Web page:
One of my favorite aspects of TWC is its emphasis on entrepreneurship and women in business.  I believe it is very important for successful women to share their knowledge and experiences with other women through networking and support groups.  I am also a strong proponent of investing time, through volunteer work and mentoring, to teach young women entrepreneurship, as it empowers them to achieve their dreams and take control of their destinies. Check out Ladies Who Launch and SMARTYpeople for the former and Girls Leadership Institute, Girls, Inc., and Girls CEO for the latter.   The following  is a Women’s Conference compilation of “How I did it” stories from successful female entrepreneurs – .  Make sure to read the amazing story of the first female space explorer ANOUSHEH ANSARI, Co-founder of Prodea Systems.   Some of the tips that most resonate with me and the advice I often give to young entrepreneurs are:

Believe in yourself and in your success
Be humble enough to seek guidance from others
Stay flexible
Pay attention to your team and their needs

The last gem I will share about Maria Shriver and her legacy of empowering women is her 10 Ways Women Can Be an Architect of Change.  I am sharing it with every woman I know and I hope you do the same.  My favorite Ghandi quote is  “each of us must be the change we want to see.”   Read this list, get inspired, become empowered, take action, and impact change.

1. Find your own unique voice and listen to what it’s saying.

2. Empower a young woman. Become a mentor by connecting with a young woman in your workplace, neighborhood or place of worship. Find small ways to reach out, listen and support her.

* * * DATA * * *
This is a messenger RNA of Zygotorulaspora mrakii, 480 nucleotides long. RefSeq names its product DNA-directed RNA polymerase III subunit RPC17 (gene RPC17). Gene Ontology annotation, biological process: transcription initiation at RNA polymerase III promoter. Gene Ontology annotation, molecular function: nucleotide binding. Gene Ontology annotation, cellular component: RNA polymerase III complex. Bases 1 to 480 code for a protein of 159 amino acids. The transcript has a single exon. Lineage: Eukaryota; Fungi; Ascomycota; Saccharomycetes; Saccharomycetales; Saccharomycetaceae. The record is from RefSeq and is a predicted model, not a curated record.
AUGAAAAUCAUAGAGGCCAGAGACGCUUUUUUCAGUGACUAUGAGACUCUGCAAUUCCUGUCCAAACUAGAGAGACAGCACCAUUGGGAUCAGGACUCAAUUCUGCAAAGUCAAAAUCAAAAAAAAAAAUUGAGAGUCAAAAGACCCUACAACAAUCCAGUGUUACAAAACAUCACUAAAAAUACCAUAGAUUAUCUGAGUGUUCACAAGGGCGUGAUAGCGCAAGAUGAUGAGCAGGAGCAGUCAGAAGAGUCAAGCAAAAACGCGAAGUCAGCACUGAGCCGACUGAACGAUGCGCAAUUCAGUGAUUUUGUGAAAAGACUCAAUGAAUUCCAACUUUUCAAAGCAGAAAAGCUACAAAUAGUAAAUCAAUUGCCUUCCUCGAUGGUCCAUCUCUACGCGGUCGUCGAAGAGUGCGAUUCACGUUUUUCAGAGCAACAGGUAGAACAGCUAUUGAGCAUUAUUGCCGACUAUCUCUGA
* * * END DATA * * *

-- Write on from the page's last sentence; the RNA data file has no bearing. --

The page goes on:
3. Act locally to make a difference globally. Make informed choices about what you buy and consume, as well as how you dispose of items. Reduce your carbon footprint, use energy and water responsibly and green your life.

4. Advocate for a cause that you care deeply about. Your time and expertise could help make a difference as a volunteer, counselor or board member.

5. Invest in women entrepreneurs. Join Team Maria in the WE Invest/Kiva partnership to give women the tools to start or expand their own businesses. For as little as $25, you can “Become a lender. Change a life.”

6. Speak up & ask for what you need. If you need to take time off of your job to care for a child or parent, ask for it. Families need more flexible work schedules, better child care policies and changes in family and medical leave. We need to use our voices collectively to improve workplace policies.

7. Engage your children in the world. As a mother, get your children involved at a young age in seeing the world through the eyes of others, respecting diversity, developing empathy and understanding the gift of giving back.

8. Donate to nonprofits that help women. Instead of purchasing a birthday, anniversary or holiday gift for family, friends and colleagues, make a donation in someone’s name to a nonprofit that works on improving the lives of women and girls.

9. Be an informed citizen. Educate yourself about the world you live in, share your knowledge, educate others and ignite a conversation.

10. Invite 10 of your friends to join The Women’s Conference online community at WWW.WOMENSCONFERENCE.ORG — The Home for Architects of Change.